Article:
And after the campfire singalong? Chemical peels!

"Spa summer camps" teach middle-school girls the enduring lessons of avocado masks and ginger foot scrubs.


Sarah Hepola
August 25, 2008 6:05PM (UTC)

I never did get to go to summer camp. Other girls ventured off to the far reaches of Texas, to Colorado, to the Northeast -- learned strapping, old-fashioned tasks like archery and hiking, things they never bother to teach you amid the humiliations of gym class -- and upon their triumphant return, I always envied their strappy tan lines, their hard-won freckles. Camp seemed to be a much-needed break -- from parents, from friends, from the same old, same old of your hometown, but also from the crushing social pressures of suburban middle school. To be popular and thin and pretty and have the right label afixed to your jeans.

And so it is with some sadness that I read a San Francisco Chronicle story about new spa camps where girls were trained in the specifics of spas and beauty: The group of affluent middle-school girls learned "about the benefits of footbaths with warm water, lavender and sea salt; honey, sea salt and ground ginger foot scrub; and foot massages with olive oil and avocado paste. Manicures followed on Tuesday, lessons on sunscreen on Wednesday, yoga and meditation on Thursday, and more massage treatments -- for anyone the girls wanted to bring in and practice their new skills on -- on Friday."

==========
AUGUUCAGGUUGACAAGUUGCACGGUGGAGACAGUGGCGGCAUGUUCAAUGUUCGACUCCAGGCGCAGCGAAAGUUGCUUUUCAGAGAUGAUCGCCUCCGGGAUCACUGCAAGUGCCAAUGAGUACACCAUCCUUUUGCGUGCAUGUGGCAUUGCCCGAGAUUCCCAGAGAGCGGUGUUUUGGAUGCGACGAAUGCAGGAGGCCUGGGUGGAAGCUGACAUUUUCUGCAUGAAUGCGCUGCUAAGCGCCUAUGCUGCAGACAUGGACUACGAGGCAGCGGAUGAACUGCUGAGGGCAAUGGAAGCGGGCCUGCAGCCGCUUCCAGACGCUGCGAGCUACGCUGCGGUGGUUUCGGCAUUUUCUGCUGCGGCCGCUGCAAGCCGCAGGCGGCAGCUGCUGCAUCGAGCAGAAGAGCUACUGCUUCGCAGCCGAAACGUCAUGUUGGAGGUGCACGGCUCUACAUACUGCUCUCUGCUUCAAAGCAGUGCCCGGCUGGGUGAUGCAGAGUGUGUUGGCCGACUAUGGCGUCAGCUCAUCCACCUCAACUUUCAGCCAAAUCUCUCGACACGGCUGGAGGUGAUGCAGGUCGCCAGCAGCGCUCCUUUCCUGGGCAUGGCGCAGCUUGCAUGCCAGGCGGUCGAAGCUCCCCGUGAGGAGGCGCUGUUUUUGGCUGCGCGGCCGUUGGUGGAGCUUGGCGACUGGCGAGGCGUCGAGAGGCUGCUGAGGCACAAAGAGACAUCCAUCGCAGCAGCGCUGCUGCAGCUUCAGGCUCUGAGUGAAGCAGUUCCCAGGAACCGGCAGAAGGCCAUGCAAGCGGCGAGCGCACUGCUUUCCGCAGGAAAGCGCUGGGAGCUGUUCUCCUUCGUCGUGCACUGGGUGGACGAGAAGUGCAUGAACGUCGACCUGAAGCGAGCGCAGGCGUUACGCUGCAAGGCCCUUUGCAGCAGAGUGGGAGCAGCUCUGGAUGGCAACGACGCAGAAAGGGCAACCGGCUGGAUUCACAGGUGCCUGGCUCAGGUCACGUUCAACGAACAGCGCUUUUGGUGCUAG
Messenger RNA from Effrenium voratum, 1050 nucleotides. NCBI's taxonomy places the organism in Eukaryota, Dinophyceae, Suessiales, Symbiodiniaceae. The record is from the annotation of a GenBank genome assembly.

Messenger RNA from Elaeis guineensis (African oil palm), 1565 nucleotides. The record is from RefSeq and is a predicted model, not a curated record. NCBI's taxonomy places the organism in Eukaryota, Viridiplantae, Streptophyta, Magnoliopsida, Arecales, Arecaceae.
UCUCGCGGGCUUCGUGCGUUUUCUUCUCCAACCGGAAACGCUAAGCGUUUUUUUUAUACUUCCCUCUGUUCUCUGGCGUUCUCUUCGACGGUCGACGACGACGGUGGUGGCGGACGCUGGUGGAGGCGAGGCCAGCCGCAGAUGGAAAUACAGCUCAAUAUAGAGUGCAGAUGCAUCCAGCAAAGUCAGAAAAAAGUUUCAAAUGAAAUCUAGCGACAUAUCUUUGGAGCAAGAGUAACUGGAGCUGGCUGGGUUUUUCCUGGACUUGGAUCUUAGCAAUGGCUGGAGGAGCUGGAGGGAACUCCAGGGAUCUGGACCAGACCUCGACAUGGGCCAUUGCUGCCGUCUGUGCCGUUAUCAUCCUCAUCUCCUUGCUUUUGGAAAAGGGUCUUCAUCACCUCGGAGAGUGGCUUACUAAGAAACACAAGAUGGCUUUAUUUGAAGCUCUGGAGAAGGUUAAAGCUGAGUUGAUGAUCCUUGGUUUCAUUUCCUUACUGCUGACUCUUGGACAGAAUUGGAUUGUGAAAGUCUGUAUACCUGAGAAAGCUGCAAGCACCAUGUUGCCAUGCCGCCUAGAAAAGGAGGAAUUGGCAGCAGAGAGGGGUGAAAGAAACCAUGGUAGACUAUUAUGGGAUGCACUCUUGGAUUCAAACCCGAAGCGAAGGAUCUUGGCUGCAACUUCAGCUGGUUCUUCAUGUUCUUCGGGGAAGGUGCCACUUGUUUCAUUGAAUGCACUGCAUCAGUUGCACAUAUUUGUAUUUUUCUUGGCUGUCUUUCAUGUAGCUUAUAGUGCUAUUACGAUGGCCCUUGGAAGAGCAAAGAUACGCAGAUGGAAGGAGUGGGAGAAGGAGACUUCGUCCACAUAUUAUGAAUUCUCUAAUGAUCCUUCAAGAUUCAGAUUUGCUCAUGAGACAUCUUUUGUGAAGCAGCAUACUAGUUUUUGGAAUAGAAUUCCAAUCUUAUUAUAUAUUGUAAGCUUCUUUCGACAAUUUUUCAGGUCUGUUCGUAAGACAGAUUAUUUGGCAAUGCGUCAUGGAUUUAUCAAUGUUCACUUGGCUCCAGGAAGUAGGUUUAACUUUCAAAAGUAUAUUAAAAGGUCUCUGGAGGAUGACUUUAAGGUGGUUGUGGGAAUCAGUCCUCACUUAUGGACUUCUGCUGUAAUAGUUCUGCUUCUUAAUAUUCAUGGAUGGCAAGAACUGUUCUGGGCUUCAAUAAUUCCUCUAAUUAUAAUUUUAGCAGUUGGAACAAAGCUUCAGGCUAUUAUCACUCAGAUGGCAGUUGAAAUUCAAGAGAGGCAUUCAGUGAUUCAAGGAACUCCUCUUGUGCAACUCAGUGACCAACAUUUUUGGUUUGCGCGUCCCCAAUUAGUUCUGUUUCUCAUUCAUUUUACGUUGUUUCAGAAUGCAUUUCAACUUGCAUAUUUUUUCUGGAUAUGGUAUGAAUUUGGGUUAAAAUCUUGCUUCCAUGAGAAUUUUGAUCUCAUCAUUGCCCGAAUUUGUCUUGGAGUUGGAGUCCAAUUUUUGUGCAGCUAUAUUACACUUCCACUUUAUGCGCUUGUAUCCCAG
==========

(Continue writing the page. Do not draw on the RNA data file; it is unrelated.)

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Don't get me wrong; I would have loved this as a kid. I also once tried to wear a sequined leotard to school. Sometimes the things 10-year-old girls want run in opposition to their best interests. The truly odious part, then, is how this vanity parade is being dressed up in the name of (you guessed it!) self-esteem: "This camp is about simple things we can do to make ourselves feel good," says the camp's owner. Right! Like ground ginger foot scrub! They're 10.

It's hard to find a drag queen who loves dressing up more than I do. But one of the wonderful things about childhood is not worrying about what you look like when you're with your friends. Getting in the mud, running until you fall down and your knees are scabbed, never brushing your hair. It's like a rite of childhood. And unlike this frivolous high-dollar camp, it's totally free.


Sarah Hepola

Sarah Hepola is the author of the New York Times bestselling memoir, "Blackout: Remembering the Things I Drank to Forget."

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